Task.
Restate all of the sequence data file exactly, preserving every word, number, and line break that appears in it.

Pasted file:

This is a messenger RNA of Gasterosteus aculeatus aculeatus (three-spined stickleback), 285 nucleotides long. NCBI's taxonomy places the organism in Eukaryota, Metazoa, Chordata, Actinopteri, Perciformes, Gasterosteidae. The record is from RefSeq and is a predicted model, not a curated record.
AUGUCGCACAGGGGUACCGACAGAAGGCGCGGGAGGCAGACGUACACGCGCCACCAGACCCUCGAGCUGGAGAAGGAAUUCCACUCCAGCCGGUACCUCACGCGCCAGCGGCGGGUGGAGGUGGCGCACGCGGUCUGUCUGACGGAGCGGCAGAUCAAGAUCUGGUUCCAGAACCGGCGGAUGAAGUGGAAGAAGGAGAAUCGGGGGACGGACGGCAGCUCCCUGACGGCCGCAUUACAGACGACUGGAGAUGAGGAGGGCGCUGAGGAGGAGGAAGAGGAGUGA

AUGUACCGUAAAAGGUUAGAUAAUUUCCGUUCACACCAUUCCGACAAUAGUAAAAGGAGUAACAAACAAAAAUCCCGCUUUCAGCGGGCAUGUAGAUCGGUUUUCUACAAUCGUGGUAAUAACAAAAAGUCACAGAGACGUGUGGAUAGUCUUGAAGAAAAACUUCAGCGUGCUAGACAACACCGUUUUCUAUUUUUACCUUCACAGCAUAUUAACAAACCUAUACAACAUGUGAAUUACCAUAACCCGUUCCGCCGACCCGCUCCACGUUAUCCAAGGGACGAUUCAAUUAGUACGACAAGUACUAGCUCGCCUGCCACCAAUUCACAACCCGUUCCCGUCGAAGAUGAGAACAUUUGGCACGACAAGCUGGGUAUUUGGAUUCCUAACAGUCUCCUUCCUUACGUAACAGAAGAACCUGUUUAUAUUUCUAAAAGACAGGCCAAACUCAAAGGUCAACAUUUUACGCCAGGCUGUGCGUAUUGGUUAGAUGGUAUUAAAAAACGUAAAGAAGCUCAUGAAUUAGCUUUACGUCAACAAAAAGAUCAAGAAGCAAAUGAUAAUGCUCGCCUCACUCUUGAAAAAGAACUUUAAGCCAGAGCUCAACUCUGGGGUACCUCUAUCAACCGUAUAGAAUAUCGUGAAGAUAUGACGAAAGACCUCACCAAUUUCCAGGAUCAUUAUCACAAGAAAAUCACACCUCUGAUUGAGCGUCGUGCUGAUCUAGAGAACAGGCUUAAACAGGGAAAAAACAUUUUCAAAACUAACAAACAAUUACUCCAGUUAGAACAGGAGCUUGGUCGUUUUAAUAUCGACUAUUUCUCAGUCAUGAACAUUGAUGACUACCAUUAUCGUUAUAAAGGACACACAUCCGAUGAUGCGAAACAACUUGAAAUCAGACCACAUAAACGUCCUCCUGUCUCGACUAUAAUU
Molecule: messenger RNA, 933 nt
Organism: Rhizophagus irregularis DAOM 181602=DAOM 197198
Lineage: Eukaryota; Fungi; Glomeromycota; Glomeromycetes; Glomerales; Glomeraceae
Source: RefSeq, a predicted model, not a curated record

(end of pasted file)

This is a messenger RNA of Gasterosteus aculeatus aculeatus (three-spined stickleback), 285 nucleotides long. NCBI's taxonomy places the organism in Eukaryota, Metazoa, Chordata, Actinopteri, Perciformes, Gasterosteidae. The record is from RefSeq and is a predicted model, not a curated record.
AUGUCGCACAGGGGUACCGACAGAAGGCGCGGGAGGCAGACGUACACGCGCCACCAGACCCUCGAGCUGGAGAAGGAAUUCCACUCCAGCCGGUACCUCACGCGCCAGCGGCGGGUGGAGGUGGCGCACGCGGUCUGUCUGACGGAGCGGCAGAUCAAGAUCUGGUUCCAGAACCGGCGGAUGAAGUGGAAGAAGGAGAAUCGGGGGACGGACGGCAGCUCCCUGACGGCCGCAUUACAGACGACUGGAGAUGAGGAGGGCGCUGAGGAGGAGGAAGAGGAGUGA

AUGUACCGUAAAAGGUUAGAUAAUUUCCGUUCACACCAUUCCGACAAUAGUAAAAGGAGUAACAAACAAAAAUCCCGCUUUCAGCGGGCAUGUAGAUCGGUUUUCUACAAUCGUGGUAAUAACAAAAAGUCACAGAGACGUGUGGAUAGUCUUGAAGAAAAACUUCAGCGUGCUAGACAACACCGUUUUCUAUUUUUACCUUCACAGCAUAUUAACAAACCUAUACAACAUGUGAAUUACCAUAACCCGUUCCGCCGACCCGCUCCACGUUAUCCAAGGGACGAUUCAAUUAGUACGACAAGUACUAGCUCGCCUGCCACCAAUUCACAACCCGUUCCCGUCGAAGAUGAGAACAUUUGGCACGACAAGCUGGGUAUUUGGAUUCCUAACAGUCUCCUUCCUUACGUAACAGAAGAACCUGUUUAUAUUUCUAAAAGACAGGCCAAACUCAAAGGUCAACAUUUUACGCCAGGCUGUGCGUAUUGGUUAGAUGGUAUUAAAAAACGUAAAGAAGCUCAUGAAUUAGCUUUACGUCAACAAAAAGAUCAAGAAGCAAAUGAUAAUGCUCGCCUCACUCUUGAAAAAGAACUUUAAGCCAGAGCUCAACUCUGGGGUACCUCUAUCAACCGUAUAGAAUAUCGUGAAGAUAUGACGAAAGACCUCACCAAUUUCCAGGAUCAUUAUCACAAGAAAAUCACACCUCUGAUUGAGCGUCGUGCUGAUCUAGAGAACAGGCUUAAACAGGGAAAAAACAUUUUCAAAACUAACAAACAAUUACUCCAGUUAGAACAGGAGCUUGGUCGUUUUAAUAUCGACUAUUUCUCAGUCAUGAACAUUGAUGACUACCAUUAUCGUUAUAAAGGACACACAUCCGAUGAUGCGAAACAACUUGAAAUCAGACCACAUAAACGUCCUCCUGUCUCGACUAUAAUU
Molecule: messenger RNA, 933 nt
Organism: Rhizophagus irregularis DAOM 181602=DAOM 197198
Lineage: Eukaryota; Fungi; Glomeromycota; Glomeromycetes; Glomerales; Glomeraceae
Source: RefSeq, a predicted model, not a curated record